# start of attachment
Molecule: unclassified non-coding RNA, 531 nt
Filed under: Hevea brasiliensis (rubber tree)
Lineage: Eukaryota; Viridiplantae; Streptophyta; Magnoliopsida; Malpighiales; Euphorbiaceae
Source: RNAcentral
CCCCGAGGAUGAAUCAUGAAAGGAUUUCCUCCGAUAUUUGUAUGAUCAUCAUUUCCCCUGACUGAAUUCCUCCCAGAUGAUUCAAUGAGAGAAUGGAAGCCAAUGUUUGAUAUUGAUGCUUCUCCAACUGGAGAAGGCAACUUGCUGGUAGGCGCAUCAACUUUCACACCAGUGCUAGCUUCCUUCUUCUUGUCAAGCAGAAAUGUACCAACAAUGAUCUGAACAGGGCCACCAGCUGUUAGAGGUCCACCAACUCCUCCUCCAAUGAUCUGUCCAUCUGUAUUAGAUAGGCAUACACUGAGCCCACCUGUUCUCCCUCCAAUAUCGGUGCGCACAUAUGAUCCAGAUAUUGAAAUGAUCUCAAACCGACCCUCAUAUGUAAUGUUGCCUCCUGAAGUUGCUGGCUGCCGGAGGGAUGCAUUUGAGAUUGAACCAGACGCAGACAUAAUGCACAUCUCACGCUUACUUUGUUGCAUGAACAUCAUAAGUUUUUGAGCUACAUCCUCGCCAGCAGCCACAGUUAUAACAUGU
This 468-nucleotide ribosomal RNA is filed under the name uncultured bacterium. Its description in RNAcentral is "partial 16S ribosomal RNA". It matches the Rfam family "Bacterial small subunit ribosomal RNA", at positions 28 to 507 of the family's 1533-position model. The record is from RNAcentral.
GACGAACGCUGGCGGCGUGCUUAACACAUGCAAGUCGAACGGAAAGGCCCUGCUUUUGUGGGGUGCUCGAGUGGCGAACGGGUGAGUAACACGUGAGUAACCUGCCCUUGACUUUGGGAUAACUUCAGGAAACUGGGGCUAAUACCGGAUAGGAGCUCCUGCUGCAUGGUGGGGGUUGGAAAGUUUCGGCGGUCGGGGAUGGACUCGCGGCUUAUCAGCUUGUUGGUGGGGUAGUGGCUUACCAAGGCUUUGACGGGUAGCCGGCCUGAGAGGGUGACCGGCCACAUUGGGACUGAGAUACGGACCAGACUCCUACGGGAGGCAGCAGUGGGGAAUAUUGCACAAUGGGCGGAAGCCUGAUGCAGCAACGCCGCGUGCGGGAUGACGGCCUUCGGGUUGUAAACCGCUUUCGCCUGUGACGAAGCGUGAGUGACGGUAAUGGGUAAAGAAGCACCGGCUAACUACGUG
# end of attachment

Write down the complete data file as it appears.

Molecule: unclassified non-coding RNA, 531 nt
Filed under: Hevea brasiliensis (rubber tree)
Lineage: Eukaryota; Viridiplantae; Streptophyta; Magnoliopsida; Malpighiales; Euphorbiaceae
Source: RNAcentral
CCCCGAGGAUGAAUCAUGAAAGGAUUUCCUCCGAUAUUUGUAUGAUCAUCAUUUCCCCUGACUGAAUUCCUCCCAGAUGAUUCAAUGAGAGAAUGGAAGCCAAUGUUUGAUAUUGAUGCUUCUCCAACUGGAGAAGGCAACUUGCUGGUAGGCGCAUCAACUUUCACACCAGUGCUAGCUUCCUUCUUCUUGUCAAGCAGAAAUGUACCAACAAUGAUCUGAACAGGGCCACCAGCUGUUAGAGGUCCACCAACUCCUCCUCCAAUGAUCUGUCCAUCUGUAUUAGAUAGGCAUACACUGAGCCCACCUGUUCUCCCUCCAAUAUCGGUGCGCACAUAUGAUCCAGAUAUUGAAAUGAUCUCAAACCGACCCUCAUAUGUAAUGUUGCCUCCUGAAGUUGCUGGCUGCCGGAGGGAUGCAUUUGAGAUUGAACCAGACGCAGACAUAAUGCACAUCUCACGCUUACUUUGUUGCAUGAACAUCAUAAGUUUUUGAGCUACAUCCUCGCCAGCAGCCACAGUUAUAACAUGU
This 468-nucleotide ribosomal RNA is filed under the name uncultured bacterium. Its description in RNAcentral is "partial 16S ribosomal RNA". It matches the Rfam family "Bacterial small subunit ribosomal RNA", at positions 28 to 507 of the family's 1533-position model. The record is from RNAcentral.
GACGAACGCUGGCGGCGUGCUUAACACAUGCAAGUCGAACGGAAAGGCCCUGCUUUUGUGGGGUGCUCGAGUGGCGAACGGGUGAGUAACACGUGAGUAACCUGCCCUUGACUUUGGGAUAACUUCAGGAAACUGGGGCUAAUACCGGAUAGGAGCUCCUGCUGCAUGGUGGGGGUUGGAAAGUUUCGGCGGUCGGGGAUGGACUCGCGGCUUAUCAGCUUGUUGGUGGGGUAGUGGCUUACCAAGGCUUUGACGGGUAGCCGGCCUGAGAGGGUGACCGGCCACAUUGGGACUGAGAUACGGACCAGACUCCUACGGGAGGCAGCAGUGGGGAAUAUUGCACAAUGGGCGGAAGCCUGAUGCAGCAACGCCGCGUGCGGGAUGACGGCCUUCGGGUUGUAAACCGCUUUCGCCUGUGACGAAGCGUGAGUGACGGUAAUGGGUAAAGAAGCACCGGCUAACUACGUG